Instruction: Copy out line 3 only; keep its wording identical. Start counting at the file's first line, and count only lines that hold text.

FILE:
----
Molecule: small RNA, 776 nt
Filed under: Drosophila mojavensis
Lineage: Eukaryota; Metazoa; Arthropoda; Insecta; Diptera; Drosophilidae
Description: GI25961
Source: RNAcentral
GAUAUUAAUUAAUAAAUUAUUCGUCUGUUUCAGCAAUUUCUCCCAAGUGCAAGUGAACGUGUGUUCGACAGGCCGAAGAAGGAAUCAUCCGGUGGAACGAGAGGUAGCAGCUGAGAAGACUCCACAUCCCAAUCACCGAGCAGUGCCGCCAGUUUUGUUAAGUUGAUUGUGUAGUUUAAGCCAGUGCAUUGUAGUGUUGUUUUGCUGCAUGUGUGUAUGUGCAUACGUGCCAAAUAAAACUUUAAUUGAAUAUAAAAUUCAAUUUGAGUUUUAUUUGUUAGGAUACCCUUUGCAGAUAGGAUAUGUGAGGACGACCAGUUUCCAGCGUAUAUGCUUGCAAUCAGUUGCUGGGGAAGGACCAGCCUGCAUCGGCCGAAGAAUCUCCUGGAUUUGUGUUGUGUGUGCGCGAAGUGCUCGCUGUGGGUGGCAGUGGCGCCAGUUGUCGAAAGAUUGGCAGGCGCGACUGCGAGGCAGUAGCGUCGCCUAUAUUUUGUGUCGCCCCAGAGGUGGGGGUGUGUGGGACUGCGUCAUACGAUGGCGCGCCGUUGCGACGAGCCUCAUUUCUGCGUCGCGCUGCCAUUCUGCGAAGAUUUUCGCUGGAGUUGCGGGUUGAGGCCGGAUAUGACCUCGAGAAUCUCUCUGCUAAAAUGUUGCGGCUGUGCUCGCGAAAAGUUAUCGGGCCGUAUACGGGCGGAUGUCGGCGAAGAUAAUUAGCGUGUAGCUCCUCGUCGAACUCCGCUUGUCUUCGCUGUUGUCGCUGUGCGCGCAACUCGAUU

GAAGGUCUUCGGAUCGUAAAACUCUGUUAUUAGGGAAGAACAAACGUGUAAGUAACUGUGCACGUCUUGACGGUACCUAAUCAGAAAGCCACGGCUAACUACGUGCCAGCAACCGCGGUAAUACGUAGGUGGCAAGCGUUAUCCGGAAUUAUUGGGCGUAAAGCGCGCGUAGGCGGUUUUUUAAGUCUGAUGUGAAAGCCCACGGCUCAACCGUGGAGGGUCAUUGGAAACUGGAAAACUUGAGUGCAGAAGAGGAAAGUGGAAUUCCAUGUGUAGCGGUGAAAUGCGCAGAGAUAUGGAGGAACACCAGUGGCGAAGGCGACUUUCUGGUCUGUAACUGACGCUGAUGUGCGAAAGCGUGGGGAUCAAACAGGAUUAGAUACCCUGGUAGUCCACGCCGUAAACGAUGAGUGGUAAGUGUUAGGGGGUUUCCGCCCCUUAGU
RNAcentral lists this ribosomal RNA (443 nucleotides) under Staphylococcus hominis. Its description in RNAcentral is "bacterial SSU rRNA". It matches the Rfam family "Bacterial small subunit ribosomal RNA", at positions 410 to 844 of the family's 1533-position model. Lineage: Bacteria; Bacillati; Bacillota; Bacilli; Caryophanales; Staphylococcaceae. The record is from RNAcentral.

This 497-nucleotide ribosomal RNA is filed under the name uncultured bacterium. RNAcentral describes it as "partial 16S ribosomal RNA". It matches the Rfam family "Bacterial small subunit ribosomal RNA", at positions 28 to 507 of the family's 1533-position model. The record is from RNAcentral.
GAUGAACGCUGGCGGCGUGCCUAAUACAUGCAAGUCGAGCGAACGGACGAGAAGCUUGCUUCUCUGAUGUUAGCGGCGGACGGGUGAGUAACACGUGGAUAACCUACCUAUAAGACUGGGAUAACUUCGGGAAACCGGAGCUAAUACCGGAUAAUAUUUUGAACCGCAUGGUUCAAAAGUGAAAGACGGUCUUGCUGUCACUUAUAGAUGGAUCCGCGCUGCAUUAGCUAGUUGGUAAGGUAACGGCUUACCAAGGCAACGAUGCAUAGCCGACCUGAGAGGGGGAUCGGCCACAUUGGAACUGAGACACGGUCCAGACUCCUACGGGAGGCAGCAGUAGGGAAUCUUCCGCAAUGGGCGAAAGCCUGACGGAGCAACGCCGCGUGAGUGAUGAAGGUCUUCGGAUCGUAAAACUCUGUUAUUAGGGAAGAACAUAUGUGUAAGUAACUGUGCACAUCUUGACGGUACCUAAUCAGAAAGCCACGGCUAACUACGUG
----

Lineage: Eukaryota; Metazoa; Arthropoda; Insecta; Diptera; Drosophilidae